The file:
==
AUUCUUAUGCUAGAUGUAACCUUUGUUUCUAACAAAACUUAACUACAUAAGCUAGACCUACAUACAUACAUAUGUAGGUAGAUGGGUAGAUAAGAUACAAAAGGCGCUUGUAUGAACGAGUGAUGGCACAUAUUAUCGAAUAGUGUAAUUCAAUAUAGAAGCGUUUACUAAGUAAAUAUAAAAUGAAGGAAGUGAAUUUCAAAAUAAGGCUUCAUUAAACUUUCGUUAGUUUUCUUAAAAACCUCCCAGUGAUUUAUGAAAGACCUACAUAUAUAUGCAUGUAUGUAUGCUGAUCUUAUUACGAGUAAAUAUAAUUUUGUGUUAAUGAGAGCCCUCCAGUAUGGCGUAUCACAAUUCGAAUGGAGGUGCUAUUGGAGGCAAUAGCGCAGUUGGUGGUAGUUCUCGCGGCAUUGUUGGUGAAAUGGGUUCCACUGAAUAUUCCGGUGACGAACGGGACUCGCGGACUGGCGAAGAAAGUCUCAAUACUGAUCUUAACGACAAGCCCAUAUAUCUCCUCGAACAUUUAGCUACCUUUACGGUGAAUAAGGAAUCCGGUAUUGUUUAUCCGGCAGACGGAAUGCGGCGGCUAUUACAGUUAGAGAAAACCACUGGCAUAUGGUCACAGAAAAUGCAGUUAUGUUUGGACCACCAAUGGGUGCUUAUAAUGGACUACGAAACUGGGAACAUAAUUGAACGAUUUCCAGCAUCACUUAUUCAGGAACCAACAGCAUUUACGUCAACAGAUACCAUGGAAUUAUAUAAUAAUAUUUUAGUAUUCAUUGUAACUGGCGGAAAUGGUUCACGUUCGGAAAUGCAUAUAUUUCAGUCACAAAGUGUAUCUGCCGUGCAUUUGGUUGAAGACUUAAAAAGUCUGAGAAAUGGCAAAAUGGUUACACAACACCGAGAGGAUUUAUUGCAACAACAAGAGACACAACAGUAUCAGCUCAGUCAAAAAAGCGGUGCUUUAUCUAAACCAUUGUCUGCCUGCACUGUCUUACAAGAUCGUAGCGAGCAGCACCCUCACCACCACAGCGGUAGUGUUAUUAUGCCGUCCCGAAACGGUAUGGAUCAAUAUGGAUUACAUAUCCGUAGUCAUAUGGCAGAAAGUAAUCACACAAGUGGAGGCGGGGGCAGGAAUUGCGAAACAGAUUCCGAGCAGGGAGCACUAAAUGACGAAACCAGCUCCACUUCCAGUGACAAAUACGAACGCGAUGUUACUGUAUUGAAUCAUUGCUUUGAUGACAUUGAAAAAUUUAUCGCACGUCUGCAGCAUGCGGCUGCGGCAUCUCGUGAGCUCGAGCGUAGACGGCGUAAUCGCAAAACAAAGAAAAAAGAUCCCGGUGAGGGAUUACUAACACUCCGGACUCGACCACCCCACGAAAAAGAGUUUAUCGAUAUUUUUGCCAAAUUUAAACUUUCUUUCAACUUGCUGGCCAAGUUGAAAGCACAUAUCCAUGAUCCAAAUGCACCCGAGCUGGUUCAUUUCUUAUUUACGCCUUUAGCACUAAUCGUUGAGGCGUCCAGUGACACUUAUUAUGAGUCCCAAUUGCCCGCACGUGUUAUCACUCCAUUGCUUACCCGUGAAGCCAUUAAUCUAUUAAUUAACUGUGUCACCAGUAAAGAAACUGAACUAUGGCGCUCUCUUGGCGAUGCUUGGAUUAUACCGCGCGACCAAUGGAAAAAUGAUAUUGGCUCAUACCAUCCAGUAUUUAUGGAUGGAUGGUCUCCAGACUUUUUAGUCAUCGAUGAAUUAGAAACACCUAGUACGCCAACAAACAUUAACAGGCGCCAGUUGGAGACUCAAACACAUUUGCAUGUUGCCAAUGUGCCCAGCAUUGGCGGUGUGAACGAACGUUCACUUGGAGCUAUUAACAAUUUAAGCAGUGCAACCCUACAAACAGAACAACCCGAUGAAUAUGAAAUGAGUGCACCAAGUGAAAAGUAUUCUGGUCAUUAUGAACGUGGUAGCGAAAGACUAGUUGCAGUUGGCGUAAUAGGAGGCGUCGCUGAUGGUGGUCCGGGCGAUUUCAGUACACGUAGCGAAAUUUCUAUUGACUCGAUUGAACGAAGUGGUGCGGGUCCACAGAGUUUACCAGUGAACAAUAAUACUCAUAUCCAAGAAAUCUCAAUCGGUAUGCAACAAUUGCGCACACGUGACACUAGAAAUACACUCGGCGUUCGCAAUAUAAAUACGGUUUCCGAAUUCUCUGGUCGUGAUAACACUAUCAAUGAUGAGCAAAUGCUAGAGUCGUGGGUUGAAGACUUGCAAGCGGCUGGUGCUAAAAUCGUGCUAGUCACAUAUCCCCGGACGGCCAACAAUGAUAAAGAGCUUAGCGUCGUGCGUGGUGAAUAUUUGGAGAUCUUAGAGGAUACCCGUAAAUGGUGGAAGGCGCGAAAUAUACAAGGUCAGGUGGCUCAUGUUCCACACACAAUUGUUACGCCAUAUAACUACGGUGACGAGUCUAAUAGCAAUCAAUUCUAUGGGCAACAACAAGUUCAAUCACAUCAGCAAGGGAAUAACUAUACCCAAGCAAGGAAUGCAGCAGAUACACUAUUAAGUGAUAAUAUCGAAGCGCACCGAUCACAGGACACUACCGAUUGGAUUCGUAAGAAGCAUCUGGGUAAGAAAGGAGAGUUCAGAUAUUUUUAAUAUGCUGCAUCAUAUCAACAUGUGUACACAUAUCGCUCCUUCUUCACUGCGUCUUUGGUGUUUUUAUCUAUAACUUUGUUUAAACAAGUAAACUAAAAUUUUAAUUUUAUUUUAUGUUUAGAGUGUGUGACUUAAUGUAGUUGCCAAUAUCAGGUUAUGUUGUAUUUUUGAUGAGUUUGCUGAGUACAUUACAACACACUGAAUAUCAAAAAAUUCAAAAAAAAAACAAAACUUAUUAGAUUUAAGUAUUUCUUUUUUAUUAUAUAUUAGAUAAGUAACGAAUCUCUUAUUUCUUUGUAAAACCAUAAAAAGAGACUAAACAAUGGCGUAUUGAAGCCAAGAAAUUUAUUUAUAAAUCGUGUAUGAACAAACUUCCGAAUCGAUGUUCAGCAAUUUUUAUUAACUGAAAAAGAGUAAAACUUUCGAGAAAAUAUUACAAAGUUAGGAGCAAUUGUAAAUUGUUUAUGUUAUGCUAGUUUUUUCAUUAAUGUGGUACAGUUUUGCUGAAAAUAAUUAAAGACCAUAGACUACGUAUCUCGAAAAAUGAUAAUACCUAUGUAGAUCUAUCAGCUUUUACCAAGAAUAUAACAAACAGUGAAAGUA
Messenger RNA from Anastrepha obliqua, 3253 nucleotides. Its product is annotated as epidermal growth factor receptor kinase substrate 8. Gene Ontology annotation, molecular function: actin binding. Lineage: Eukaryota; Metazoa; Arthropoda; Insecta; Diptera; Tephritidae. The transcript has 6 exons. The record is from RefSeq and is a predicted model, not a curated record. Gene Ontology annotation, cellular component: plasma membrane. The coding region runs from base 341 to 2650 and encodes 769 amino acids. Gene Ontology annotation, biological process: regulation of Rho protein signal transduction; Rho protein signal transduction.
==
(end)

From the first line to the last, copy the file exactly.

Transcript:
AUUCUUAUGCUAGAUGUAACCUUUGUUUCUAACAAAACUUAACUACAUAAGCUAGACCUACAUACAUACAUAUGUAGGUAGAUGGGUAGAUAAGAUACAAAAGGCGCUUGUAUGAACGAGUGAUGGCACAUAUUAUCGAAUAGUGUAAUUCAAUAUAGAAGCGUUUACUAAGUAAAUAUAAAAUGAAGGAAGUGAAUUUCAAAAUAAGGCUUCAUUAAACUUUCGUUAGUUUUCUUAAAAACCUCCCAGUGAUUUAUGAAAGACCUACAUAUAUAUGCAUGUAUGUAUGCUGAUCUUAUUACGAGUAAAUAUAAUUUUGUGUUAAUGAGAGCCCUCCAGUAUGGCGUAUCACAAUUCGAAUGGAGGUGCUAUUGGAGGCAAUAGCGCAGUUGGUGGUAGUUCUCGCGGCAUUGUUGGUGAAAUGGGUUCCACUGAAUAUUCCGGUGACGAACGGGACUCGCGGACUGGCGAAGAAAGUCUCAAUACUGAUCUUAACGACAAGCCCAUAUAUCUCCUCGAACAUUUAGCUACCUUUACGGUGAAUAAGGAAUCCGGUAUUGUUUAUCCGGCAGACGGAAUGCGGCGGCUAUUACAGUUAGAGAAAACCACUGGCAUAUGGUCACAGAAAAUGCAGUUAUGUUUGGACCACCAAUGGGUGCUUAUAAUGGACUACGAAACUGGGAACAUAAUUGAACGAUUUCCAGCAUCACUUAUUCAGGAACCAACAGCAUUUACGUCAACAGAUACCAUGGAAUUAUAUAAUAAUAUUUUAGUAUUCAUUGUAACUGGCGGAAAUGGUUCACGUUCGGAAAUGCAUAUAUUUCAGUCACAAAGUGUAUCUGCCGUGCAUUUGGUUGAAGACUUAAAAAGUCUGAGAAAUGGCAAAAUGGUUACACAACACCGAGAGGAUUUAUUGCAACAACAAGAGACACAACAGUAUCAGCUCAGUCAAAAAAGCGGUGCUUUAUCUAAACCAUUGUCUGCCUGCACUGUCUUACAAGAUCGUAGCGAGCAGCACCCUCACCACCACAGCGGUAGUGUUAUUAUGCCGUCCCGAAACGGUAUGGAUCAAUAUGGAUUACAUAUCCGUAGUCAUAUGGCAGAAAGUAAUCACACAAGUGGAGGCGGGGGCAGGAAUUGCGAAACAGAUUCCGAGCAGGGAGCACUAAAUGACGAAACCAGCUCCACUUCCAGUGACAAAUACGAACGCGAUGUUACUGUAUUGAAUCAUUGCUUUGAUGACAUUGAAAAAUUUAUCGCACGUCUGCAGCAUGCGGCUGCGGCAUCUCGUGAGCUCGAGCGUAGACGGCGUAAUCGCAAAACAAAGAAAAAAGAUCCCGGUGAGGGAUUACUAACACUCCGGACUCGACCACCCCACGAAAAAGAGUUUAUCGAUAUUUUUGCCAAAUUUAAACUUUCUUUCAACUUGCUGGCCAAGUUGAAAGCACAUAUCCAUGAUCCAAAUGCACCCGAGCUGGUUCAUUUCUUAUUUACGCCUUUAGCACUAAUCGUUGAGGCGUCCAGUGACACUUAUUAUGAGUCCCAAUUGCCCGCACGUGUUAUCACUCCAUUGCUUACCCGUGAAGCCAUUAAUCUAUUAAUUAACUGUGUCACCAGUAAAGAAACUGAACUAUGGCGCUCUCUUGGCGAUGCUUGGAUUAUACCGCGCGACCAAUGGAAAAAUGAUAUUGGCUCAUACCAUCCAGUAUUUAUGGAUGGAUGGUCUCCAGACUUUUUAGUCAUCGAUGAAUUAGAAACACCUAGUACGCCAACAAACAUUAACAGGCGCCAGUUGGAGACUCAAACACAUUUGCAUGUUGCCAAUGUGCCCAGCAUUGGCGGUGUGAACGAACGUUCACUUGGAGCUAUUAACAAUUUAAGCAGUGCAACCCUACAAACAGAACAACCCGAUGAAUAUGAAAUGAGUGCACCAAGUGAAAAGUAUUCUGGUCAUUAUGAACGUGGUAGCGAAAGACUAGUUGCAGUUGGCGUAAUAGGAGGCGUCGCUGAUGGUGGUCCGGGCGAUUUCAGUACACGUAGCGAAAUUUCUAUUGACUCGAUUGAACGAAGUGGUGCGGGUCCACAGAGUUUACCAGUGAACAAUAAUACUCAUAUCCAAGAAAUCUCAAUCGGUAUGCAACAAUUGCGCACACGUGACACUAGAAAUACACUCGGCGUUCGCAAUAUAAAUACGGUUUCCGAAUUCUCUGGUCGUGAUAACACUAUCAAUGAUGAGCAAAUGCUAGAGUCGUGGGUUGAAGACUUGCAAGCGGCUGGUGCUAAAAUCGUGCUAGUCACAUAUCCCCGGACGGCCAACAAUGAUAAAGAGCUUAGCGUCGUGCGUGGUGAAUAUUUGGAGAUCUUAGAGGAUACCCGUAAAUGGUGGAAGGCGCGAAAUAUACAAGGUCAGGUGGCUCAUGUUCCACACACAAUUGUUACGCCAUAUAACUACGGUGACGAGUCUAAUAGCAAUCAAUUCUAUGGGCAACAACAAGUUCAAUCACAUCAGCAAGGGAAUAACUAUACCCAAGCAAGGAAUGCAGCAGAUACACUAUUAAGUGAUAAUAUCGAAGCGCACCGAUCACAGGACACUACCGAUUGGAUUCGUAAGAAGCAUCUGGGUAAGAAAGGAGAGUUCAGAUAUUUUUAAUAUGCUGCAUCAUAUCAACAUGUGUACACAUAUCGCUCCUUCUUCACUGCGUCUUUGGUGUUUUUAUCUAUAACUUUGUUUAAACAAGUAAACUAAAAUUUUAAUUUUAUUUUAUGUUUAGAGUGUGUGACUUAAUGUAGUUGCCAAUAUCAGGUUAUGUUGUAUUUUUGAUGAGUUUGCUGAGUACAUUACAACACACUGAAUAUCAAAAAAUUCAAAAAAAAAACAAAACUUAUUAGAUUUAAGUAUUUCUUUUUUAUUAUAUAUUAGAUAAGUAACGAAUCUCUUAUUUCUUUGUAAAACCAUAAAAAGAGACUAAACAAUGGCGUAUUGAAGCCAAGAAAUUUAUUUAUAAAUCGUGUAUGAACAAACUUCCGAAUCGAUGUUCAGCAAUUUUUAUUAACUGAAAAAGAGUAAAACUUUCGAGAAAAUAUUACAAAGUUAGGAGCAAUUGUAAAUUGUUUAUGUUAUGCUAGUUUUUUCAUUAAUGUGGUACAGUUUUGCUGAAAAUAAUUAAAGACCAUAGACUACGUAUCUCGAAAAAUGAUAAUACCUAUGUAGAUCUAUCAGCUUUUACCAAGAAUAUAACAAACAGUGAAAGUA
Messenger RNA from Anastrepha obliqua, 3253 nucleotides. Its product is annotated as epidermal growth factor receptor kinase substrate 8. Gene Ontology annotation, molecular function: actin binding. Lineage: Eukaryota; Metazoa; Arthropoda; Insecta; Diptera; Tephritidae. The transcript has 6 exons. The record is from RefSeq and is a predicted model, not a curated record. Gene Ontology annotation, cellular component: plasma membrane. The coding region runs from base 341 to 2650 and encodes 769 amino acids. Gene Ontology annotation, biological process: regulation of Rho protein signal transduction; Rho protein signal transduction.